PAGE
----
AEP chief executive preaches importance of alt ernative energy, practicality of coal
The Chief executive officer of American Electric Power spoke on the Ohio State University campus today. The main message: alternative sources of energy still have a ways to go...
American Electric Power is the nation's largest consumer of coal. And according to the U.S. Environmental Protection Agency, they're also the largest producer of carbon dioxide, the gas many say its tied to global warming. Michael Morris has headed the company for the last four years, and vigorously defends the company's environmental record and policies. One example is carbon sequestration, the processing of capturing carbon before it can be released into the environment. He says while the technology exists, it's never been used on the scale of a major power plant.
"AEP is pushing that technology with our partners Alstem, a French firm, as fast as we can," Morris says. "We think that by 2015, we'll have technology that will be deployable across our fleet that will be able to capture the carbon."
And there's the possibility of more wind farms. AEP already has several wind farms in the Great Lakes region.
"We're working on electric-storage technology with a Japanese company on battery technology that will allow wind to be much more energy efficient."
But the discussion kept coming back to conventional coal practices. The U.S. used more than a billion tons of coal last year about 90 percent of that went for the production of electricity. Last year AEP agreed to pay $4.6 billion dollars to upgrade pollution controls and refurbish old power plants. Morris says true, current coal-burning practices, but
"For utilities like AEP and others, we are legally required to have adequate electric supply to satisfy all of the demands for all of our customers. We need to comply with all of those laws."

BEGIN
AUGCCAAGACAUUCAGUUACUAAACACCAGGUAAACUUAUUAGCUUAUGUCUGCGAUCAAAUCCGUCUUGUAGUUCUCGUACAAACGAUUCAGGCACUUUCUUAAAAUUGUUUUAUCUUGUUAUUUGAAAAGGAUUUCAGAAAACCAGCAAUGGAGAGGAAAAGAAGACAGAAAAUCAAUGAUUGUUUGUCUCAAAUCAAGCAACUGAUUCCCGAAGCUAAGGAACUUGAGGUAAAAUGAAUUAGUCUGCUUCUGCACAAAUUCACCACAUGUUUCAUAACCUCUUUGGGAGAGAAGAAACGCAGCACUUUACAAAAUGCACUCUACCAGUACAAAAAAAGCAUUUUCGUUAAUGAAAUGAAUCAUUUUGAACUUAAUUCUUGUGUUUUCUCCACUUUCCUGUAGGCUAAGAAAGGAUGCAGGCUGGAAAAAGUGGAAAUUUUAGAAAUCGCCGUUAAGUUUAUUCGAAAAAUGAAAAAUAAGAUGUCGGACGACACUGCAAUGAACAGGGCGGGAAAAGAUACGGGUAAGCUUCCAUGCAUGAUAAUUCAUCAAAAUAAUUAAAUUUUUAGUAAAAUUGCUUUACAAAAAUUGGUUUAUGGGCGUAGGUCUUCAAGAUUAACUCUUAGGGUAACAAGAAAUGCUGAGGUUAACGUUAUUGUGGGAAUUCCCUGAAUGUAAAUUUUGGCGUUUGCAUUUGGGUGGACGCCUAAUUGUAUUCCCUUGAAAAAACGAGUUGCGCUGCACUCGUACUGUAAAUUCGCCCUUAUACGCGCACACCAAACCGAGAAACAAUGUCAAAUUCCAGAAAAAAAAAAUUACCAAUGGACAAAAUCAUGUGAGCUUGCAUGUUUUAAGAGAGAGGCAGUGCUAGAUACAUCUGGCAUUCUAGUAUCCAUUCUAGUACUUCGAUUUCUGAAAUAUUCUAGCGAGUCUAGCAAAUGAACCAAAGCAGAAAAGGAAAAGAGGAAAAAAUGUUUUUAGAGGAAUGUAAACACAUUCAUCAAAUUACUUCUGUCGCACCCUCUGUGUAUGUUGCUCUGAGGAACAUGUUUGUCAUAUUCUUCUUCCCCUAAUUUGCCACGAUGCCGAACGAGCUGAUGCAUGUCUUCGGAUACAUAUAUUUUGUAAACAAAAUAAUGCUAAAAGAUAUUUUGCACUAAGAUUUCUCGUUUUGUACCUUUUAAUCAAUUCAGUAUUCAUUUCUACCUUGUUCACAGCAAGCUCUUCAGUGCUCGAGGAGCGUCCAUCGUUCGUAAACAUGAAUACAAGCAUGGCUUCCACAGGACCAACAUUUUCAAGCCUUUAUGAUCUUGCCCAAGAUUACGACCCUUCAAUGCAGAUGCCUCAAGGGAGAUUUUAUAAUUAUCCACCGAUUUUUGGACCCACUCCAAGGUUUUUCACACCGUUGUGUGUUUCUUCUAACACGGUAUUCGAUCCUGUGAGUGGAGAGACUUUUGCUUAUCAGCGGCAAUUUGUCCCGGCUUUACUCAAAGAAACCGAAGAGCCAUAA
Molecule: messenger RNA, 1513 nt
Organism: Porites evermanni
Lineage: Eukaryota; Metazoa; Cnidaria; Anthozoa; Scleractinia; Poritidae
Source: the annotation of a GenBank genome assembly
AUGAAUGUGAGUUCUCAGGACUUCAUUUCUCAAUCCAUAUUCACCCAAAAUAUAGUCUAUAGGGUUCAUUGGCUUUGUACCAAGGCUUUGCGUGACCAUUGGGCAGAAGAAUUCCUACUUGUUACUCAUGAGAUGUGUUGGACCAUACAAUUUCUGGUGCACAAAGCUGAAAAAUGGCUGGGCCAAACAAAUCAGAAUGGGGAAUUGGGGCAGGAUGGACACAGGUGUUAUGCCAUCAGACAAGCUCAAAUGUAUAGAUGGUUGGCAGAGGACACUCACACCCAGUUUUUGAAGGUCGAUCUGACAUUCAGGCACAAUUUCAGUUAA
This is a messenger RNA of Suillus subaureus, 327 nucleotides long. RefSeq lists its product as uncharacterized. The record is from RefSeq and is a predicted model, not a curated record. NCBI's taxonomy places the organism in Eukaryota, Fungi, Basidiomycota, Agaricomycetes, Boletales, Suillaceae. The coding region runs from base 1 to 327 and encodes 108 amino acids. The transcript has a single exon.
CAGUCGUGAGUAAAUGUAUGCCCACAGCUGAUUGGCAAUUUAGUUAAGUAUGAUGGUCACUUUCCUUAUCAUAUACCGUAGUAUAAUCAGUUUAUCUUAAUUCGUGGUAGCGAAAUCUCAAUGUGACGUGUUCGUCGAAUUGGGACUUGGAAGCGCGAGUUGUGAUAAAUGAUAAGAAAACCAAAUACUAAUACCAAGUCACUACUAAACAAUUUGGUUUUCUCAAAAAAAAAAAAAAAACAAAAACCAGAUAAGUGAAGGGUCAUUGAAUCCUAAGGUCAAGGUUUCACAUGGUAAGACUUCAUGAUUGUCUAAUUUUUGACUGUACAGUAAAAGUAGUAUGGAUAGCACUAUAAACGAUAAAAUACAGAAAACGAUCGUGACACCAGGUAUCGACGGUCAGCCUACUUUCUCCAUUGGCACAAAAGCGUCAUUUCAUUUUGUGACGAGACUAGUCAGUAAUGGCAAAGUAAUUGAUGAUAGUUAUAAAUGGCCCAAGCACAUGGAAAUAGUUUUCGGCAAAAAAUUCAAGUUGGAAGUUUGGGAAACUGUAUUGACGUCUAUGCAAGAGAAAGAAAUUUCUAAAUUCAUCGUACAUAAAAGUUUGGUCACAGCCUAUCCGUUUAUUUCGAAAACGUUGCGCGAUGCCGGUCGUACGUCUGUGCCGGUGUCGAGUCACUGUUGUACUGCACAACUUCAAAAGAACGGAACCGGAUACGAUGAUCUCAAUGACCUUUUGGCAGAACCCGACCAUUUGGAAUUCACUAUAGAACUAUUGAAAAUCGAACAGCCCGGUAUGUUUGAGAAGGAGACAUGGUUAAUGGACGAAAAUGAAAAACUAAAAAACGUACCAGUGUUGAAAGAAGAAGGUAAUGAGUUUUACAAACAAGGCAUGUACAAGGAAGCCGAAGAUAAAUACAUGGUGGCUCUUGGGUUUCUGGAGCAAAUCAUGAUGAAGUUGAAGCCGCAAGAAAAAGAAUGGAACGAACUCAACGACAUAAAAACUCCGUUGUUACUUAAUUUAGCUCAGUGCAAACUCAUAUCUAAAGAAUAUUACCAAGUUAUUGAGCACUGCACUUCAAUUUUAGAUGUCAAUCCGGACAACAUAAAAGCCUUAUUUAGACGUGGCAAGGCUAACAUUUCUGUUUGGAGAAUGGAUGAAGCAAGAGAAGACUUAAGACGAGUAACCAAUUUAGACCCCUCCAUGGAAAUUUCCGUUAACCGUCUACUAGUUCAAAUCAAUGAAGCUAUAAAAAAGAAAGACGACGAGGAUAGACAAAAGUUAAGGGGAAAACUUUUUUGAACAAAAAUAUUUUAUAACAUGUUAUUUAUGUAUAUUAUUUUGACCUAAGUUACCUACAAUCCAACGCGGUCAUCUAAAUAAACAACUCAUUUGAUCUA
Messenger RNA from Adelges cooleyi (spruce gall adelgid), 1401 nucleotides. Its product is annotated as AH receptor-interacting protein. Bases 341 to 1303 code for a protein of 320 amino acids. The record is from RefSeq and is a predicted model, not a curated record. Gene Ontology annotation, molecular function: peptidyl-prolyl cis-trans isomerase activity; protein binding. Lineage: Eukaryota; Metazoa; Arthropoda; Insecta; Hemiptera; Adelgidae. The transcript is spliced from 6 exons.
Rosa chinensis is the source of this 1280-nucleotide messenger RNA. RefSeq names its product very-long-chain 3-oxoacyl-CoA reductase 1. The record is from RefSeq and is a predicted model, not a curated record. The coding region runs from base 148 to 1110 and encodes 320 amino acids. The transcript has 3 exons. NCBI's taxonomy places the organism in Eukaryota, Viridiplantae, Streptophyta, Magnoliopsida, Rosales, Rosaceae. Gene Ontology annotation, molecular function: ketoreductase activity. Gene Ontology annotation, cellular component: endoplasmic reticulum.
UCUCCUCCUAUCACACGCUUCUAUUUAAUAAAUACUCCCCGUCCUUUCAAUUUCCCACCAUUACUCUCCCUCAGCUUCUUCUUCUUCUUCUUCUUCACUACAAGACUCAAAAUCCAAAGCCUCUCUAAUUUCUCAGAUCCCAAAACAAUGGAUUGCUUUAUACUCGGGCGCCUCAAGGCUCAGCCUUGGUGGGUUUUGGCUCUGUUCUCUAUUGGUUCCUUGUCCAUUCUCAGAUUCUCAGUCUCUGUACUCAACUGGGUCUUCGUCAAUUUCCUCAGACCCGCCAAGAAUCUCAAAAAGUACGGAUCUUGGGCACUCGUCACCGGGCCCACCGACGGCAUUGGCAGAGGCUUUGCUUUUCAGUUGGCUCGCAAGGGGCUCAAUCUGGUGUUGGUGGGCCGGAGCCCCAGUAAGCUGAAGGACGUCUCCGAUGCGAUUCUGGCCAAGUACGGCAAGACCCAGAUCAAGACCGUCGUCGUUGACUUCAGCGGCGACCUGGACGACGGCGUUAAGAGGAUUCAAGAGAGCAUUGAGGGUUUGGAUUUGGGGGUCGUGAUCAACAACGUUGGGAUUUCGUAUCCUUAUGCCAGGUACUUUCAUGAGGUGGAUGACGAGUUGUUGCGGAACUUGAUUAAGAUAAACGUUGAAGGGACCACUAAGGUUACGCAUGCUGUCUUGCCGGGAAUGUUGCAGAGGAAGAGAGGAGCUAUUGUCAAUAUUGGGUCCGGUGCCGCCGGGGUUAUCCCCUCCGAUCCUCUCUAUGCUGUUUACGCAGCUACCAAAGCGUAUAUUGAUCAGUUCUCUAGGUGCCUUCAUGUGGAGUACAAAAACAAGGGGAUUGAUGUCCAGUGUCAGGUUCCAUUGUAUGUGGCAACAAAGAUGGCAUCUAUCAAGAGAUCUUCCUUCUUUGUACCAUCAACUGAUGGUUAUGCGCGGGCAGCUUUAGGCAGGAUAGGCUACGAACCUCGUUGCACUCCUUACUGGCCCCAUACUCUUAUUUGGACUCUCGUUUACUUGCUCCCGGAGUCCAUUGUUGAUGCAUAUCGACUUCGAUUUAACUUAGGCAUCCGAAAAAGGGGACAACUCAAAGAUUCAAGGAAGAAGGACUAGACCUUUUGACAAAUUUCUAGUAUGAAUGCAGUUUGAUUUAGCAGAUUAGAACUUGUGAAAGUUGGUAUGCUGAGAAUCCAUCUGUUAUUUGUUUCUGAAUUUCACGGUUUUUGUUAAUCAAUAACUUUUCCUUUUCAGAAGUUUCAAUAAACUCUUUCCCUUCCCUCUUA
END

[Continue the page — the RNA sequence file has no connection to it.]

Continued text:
And the only feasible way to do that, he says, is by burning coal.
"We have all the technology we need today to make the transition toa renewable-based economy. The problems are political, but technological."
Harvey Wasserman is the author of "Solartopia", a book set in the year 2030 after the world has converted to wind, solar and biofuel-based energy.
"Ten years ago people thought wind power was pie-in-the-sky type stuff, Wasserman says. Now what's pie-in-the-sky are exotic technologies like nuclear power, which is a proven failure, and Co2 sequestration, which hasn't been tried and looks to be like a rather doomed-to-fail technology."
Wasserman's dream of a renewable-based energy policy might become at least part true. Ohio legislators are considering bills that would for the first time regulate carbon dioxide power companies to reduce emissions. Ken Rose is an energy consult who's testified before Congress and it also a senior fellow on the Institute for Public Utilities at Michigan State University. He says with or with out the legislation, AEP will be fine. The company is adaptable enough that they would play a big role in any emerging technologies. If the law does not pass
"Most of Ohio, the public utilities will go to market next year. If that happens AEP will do very well because their prices are far below most on the market."